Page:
The North American Concrete Alliance (NACA), along with the Congressional Cement Caucus, presented a briefing on the state of the industry and infrastructure priorities to the 115th Congress in Washington on Feb. 3.
Dr. David McDonald from the Shaumburg-based Concrete Reinforcing Steel Institute (CRSI) participated along with 10 other organizations, including the Portland Cement Association, the National Ready Mixed Concrete Association, and the National Concrete Masonry Association.
Reinforcing steel is part of the cement and concrete industry, which directly or indirectly employs about 500,000 people in the U.S., and our collective industries contribute about $100 billion to the economy.
For more than 90 years, CRSI has represented the steel industry in North America, an industry that produces nine million tons of rebar each year, directly employing more than 15,000 people in steel mills and fabrication shops. The majority of this steel is manufactured in efficient mills using recycled steel.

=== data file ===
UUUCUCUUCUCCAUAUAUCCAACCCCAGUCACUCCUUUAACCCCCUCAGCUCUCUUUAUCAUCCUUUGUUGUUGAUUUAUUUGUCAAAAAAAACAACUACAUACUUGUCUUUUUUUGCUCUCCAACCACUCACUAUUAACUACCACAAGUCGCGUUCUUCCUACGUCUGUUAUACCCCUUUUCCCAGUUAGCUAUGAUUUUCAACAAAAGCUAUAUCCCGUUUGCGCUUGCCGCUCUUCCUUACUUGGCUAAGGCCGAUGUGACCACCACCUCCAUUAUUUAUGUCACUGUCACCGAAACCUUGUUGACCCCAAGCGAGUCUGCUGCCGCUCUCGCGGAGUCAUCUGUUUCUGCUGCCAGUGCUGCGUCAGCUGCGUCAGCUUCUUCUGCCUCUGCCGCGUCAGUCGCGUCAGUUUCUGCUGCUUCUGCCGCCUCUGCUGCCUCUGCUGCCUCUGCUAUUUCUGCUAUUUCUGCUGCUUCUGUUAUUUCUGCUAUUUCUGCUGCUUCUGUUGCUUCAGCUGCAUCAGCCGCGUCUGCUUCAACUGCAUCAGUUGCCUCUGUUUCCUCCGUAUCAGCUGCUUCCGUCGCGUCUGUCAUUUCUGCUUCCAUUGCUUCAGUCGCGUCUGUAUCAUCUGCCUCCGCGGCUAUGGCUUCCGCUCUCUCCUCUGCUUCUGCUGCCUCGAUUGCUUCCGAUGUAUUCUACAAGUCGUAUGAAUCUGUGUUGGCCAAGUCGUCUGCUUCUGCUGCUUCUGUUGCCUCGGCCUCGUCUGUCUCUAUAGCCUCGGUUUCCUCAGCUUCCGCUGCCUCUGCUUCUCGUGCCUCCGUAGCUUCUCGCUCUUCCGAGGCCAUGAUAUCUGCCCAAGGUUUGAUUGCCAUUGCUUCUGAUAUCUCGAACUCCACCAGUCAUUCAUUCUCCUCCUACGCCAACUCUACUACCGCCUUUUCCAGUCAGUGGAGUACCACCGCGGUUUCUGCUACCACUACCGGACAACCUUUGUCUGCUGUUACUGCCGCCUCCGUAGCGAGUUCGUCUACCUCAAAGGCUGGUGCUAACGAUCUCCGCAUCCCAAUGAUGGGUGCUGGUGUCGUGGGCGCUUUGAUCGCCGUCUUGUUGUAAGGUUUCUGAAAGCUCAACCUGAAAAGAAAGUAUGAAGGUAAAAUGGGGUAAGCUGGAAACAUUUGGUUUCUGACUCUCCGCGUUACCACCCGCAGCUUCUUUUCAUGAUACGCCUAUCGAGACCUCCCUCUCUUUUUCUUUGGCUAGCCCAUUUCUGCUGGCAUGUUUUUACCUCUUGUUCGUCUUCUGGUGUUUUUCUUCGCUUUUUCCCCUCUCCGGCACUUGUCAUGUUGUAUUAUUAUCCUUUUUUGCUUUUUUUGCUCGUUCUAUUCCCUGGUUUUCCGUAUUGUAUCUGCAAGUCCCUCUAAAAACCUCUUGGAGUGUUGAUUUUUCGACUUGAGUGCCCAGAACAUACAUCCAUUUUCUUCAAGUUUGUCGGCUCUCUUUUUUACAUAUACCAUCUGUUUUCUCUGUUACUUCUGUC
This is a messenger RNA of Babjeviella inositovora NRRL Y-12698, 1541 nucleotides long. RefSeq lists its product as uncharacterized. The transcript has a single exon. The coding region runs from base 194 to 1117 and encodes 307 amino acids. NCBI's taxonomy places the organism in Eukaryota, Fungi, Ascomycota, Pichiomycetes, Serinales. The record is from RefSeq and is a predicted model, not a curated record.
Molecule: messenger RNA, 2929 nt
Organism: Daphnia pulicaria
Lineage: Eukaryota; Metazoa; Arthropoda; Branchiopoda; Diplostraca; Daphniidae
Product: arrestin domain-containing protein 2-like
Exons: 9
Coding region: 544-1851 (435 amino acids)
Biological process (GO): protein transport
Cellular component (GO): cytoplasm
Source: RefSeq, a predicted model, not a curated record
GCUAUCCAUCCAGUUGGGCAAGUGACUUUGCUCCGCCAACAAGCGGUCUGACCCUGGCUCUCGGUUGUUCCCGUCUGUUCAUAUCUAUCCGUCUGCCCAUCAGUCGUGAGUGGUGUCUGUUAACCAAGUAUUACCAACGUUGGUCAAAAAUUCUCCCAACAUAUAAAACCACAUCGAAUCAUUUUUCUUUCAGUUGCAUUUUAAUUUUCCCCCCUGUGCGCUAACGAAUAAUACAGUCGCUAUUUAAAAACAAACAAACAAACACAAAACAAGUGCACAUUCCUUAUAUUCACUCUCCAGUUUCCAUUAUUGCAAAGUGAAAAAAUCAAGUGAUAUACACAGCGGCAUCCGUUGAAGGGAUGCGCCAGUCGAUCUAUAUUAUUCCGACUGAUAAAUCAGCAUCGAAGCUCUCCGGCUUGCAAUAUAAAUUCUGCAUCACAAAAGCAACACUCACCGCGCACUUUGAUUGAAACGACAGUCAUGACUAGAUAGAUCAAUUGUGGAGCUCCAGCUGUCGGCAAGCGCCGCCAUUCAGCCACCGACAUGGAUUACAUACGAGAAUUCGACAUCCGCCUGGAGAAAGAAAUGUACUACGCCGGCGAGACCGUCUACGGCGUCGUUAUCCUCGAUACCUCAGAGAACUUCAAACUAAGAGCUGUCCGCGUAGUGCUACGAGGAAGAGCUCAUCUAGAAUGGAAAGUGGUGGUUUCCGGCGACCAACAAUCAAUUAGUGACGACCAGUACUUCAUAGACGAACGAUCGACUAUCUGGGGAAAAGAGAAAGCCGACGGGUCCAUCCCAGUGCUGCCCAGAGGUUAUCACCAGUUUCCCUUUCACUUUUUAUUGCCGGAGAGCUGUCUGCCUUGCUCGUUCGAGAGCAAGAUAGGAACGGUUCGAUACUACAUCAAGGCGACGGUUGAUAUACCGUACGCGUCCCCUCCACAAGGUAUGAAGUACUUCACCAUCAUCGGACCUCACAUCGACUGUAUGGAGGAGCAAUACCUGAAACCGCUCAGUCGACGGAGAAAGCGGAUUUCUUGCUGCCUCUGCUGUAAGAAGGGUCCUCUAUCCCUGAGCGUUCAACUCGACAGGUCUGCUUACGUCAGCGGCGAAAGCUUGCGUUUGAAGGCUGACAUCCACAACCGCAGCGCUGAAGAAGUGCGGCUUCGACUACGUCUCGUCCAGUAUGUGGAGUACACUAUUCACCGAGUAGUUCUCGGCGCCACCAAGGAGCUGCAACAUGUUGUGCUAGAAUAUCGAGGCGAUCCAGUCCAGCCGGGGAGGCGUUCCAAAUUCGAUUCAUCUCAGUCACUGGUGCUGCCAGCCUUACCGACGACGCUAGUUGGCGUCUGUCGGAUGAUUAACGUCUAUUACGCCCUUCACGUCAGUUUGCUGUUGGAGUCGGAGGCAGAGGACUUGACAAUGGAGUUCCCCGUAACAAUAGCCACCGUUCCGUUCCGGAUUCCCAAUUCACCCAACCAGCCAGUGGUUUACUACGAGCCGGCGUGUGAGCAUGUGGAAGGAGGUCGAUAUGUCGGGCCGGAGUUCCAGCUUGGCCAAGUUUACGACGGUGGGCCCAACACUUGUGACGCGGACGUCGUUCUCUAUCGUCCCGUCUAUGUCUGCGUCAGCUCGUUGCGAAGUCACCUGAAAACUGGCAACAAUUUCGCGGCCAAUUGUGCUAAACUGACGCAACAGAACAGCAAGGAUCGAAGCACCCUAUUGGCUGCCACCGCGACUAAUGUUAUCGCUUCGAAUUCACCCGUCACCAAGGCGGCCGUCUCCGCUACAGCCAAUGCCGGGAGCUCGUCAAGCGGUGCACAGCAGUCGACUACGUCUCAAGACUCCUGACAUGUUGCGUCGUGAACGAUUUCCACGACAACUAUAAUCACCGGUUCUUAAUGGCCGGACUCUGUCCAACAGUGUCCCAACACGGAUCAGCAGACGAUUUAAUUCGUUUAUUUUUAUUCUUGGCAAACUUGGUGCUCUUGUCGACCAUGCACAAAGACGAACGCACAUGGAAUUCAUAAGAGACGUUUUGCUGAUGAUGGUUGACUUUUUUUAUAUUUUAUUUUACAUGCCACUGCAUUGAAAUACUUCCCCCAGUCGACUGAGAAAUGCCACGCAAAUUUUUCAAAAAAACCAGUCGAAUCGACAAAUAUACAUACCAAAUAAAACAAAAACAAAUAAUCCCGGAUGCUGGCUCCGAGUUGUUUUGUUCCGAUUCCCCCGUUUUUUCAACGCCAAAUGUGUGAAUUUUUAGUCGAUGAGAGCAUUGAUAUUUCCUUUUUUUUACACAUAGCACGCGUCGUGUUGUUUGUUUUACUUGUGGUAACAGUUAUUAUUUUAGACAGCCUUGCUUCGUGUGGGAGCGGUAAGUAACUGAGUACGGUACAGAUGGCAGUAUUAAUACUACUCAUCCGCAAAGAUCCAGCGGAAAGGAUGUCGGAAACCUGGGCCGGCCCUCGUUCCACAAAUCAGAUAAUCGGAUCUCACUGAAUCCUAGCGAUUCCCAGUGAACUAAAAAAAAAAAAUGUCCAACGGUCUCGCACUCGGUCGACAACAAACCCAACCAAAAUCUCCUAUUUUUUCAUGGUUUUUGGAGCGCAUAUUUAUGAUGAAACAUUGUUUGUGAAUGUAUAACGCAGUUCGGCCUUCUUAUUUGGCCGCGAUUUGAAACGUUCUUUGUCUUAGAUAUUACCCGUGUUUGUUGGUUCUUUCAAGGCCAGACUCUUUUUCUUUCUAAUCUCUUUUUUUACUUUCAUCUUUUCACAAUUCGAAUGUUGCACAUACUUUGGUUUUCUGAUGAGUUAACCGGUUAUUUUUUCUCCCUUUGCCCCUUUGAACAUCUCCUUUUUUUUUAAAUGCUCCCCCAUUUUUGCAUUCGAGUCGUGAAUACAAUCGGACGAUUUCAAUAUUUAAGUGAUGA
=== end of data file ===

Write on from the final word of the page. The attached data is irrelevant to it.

“Our products are essential to the construction of roads, bridges, and buildings, and to the design of reinforced steel in concrete,” CRSI said in a statement.
At the meeting, McDonald requested support for initiatives that will lead to a more productive and safer nation, while providing increased employment.
It is no secret that America’s Infrastructure is failing, and that the deterioration of roads and bridges is making it more difficult for the nation’s manufacturers to ship products to market. The lack of long-term and robust funding will continue to result in reduced trucking distances and longer commutes. The American Society of Civil Engineers has estimated an additional $1 trillion is needed across the network during the next decade for our transportation sector alone. CRSI urges Congress to find long-term solutions.
CRSI also urged Congress to support bills that provide incentives to build resilient homes and infrastructure. The Disaster Savings and Resilient Construction Act of 2015 helps to save money, mitigate destruction, and prevent the loss of lives in disaster-prone areas.
This bill provides a tax credit to home owners or building owners who use resilient construction techniques when building and renovating homes and commercial structures in federally declared disaster areas.